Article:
Now to Guyana where, for a dozen years the two top judicial offices, chancellor of the judiciary and chief justice, have been acting positions because, without establishi­ng some tie-breaker, article 127(1) of the Constituti­on states that the president and the leader of the opposition must agree on those to be appointed to these positions. All and sundry, including the president of the Caribbean Court of Justice, have voiced their concern about this matter, which has serious implicatio­ns for the separation of powers and the independen­ce of the judiciary. At the Bar Associatio­n annual dinner held in November 2016, President of the CCJ Sir Dennis Byron said that ‘The delay in complying with section 127(1) of the Constituti­on has long reached a level of justiciabi­lity and the most appropriat­e authority for resolving this situation is the court system’. Some have questioned whether or not the courts can compel the parties to agree on given individual­s, but that may not be necessary.

In Random Justice Neil Duxbury, while accepting that in the literature of legal philosophy the idea of deciding by lot is insignific­ant and considered quirky, states that the modern aversion to determinin­g important social and legal issues by lot might itself be considered irrational. On many occasions randomized decisionma­king may offer a fair way of dealing with uncomforta­ble or unfair situations and among other things, randomizat­ion may prove beneficial when it generates uncertaint­y by forcing one to adjudicate in the shadow of a lottery (decision-makers have a fixed amount of time to settle on an outcome and if this period expires without a decision having been reached, the outcome is determined by lot). The uncertaint­y created will focus the minds of decision-makers and encourage them to strategize and use their decision-making time efficientl­y.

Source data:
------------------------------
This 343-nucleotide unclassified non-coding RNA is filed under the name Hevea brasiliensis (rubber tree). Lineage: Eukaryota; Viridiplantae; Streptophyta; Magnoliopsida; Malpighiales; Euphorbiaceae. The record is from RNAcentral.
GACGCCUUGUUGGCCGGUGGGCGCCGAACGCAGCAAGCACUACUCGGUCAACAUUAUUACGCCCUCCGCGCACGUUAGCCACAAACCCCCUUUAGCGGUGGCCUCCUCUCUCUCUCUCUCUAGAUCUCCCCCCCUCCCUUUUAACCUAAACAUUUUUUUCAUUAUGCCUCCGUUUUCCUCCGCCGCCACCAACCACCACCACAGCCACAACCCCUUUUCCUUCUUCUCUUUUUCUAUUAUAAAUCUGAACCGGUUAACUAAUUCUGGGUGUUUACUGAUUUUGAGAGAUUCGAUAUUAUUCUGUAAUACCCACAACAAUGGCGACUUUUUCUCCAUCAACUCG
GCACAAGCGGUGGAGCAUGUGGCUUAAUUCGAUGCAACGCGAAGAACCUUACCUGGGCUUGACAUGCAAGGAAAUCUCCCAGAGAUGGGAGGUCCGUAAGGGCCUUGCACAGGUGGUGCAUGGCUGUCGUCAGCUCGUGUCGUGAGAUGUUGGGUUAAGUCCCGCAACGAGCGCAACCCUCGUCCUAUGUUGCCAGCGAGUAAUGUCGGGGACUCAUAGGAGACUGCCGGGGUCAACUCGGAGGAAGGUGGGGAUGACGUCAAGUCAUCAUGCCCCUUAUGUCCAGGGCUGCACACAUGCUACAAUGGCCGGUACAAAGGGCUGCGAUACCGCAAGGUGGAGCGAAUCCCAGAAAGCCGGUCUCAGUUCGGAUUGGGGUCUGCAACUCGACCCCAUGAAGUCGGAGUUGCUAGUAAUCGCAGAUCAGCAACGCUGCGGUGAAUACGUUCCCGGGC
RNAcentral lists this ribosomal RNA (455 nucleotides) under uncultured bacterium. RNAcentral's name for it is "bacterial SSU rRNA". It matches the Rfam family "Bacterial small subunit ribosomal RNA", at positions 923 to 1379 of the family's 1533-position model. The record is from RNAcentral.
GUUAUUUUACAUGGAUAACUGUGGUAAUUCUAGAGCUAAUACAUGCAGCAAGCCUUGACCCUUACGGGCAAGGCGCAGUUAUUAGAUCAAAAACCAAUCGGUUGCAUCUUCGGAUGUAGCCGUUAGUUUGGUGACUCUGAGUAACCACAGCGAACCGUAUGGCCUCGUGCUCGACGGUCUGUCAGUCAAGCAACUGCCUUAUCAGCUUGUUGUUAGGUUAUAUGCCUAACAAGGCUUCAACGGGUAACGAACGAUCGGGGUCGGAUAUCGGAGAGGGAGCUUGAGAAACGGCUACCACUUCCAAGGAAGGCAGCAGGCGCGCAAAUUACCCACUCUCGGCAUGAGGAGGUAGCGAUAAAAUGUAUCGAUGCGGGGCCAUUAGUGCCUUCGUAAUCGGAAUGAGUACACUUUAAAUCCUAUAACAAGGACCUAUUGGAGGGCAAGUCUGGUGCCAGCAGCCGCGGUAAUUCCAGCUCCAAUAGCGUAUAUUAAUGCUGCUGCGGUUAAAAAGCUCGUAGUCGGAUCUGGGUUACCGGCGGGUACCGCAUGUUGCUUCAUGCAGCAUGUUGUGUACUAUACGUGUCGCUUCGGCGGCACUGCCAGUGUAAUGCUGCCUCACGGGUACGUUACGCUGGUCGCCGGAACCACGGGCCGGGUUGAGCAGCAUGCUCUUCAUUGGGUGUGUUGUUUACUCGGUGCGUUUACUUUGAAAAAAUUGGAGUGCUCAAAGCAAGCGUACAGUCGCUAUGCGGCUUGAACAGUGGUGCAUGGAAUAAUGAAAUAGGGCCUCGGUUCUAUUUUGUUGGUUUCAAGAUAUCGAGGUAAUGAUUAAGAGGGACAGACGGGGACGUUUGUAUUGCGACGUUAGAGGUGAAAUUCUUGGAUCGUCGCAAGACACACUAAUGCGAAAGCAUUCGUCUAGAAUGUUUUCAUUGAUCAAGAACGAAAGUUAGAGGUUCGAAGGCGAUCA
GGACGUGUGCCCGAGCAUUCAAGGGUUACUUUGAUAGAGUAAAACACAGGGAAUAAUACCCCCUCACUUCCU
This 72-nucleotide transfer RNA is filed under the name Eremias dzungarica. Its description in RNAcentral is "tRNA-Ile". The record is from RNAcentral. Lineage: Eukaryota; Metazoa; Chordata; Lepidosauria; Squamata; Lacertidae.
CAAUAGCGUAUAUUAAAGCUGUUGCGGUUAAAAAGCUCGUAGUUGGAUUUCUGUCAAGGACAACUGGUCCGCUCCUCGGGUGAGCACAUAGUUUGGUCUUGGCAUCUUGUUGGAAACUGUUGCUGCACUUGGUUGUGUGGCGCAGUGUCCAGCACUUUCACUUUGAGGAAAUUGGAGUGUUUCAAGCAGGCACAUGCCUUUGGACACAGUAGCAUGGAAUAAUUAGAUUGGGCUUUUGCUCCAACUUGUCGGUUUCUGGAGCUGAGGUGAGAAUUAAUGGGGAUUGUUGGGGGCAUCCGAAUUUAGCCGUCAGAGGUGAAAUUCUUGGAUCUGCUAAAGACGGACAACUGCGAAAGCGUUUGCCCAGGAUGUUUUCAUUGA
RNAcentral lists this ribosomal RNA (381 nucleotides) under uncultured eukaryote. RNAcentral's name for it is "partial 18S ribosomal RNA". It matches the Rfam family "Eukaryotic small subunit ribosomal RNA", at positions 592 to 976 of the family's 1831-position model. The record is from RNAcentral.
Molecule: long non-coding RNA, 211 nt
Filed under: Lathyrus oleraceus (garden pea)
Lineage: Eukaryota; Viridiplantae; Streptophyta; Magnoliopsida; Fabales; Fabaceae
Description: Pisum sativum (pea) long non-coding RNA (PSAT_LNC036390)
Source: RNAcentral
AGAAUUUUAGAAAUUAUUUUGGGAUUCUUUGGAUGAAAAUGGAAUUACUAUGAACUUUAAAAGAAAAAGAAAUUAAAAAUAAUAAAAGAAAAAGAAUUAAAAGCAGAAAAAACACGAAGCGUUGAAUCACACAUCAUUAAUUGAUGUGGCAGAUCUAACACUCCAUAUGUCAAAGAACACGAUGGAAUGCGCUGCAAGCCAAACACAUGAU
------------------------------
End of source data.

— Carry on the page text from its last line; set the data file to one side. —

It appears to me that in the case of the chancellor and the CJ the court can force those who are being recalcitra­nt to negotiate under the shadow of a lottery. It could demand that based upon the existing criteria, the leader of the opposition present his nominees for the positions to the president within a particular time period and that a final decision be made on both positions by a given date. If the parties fail to complete the process within the stated period a lottery will be imposed and the positions so filled.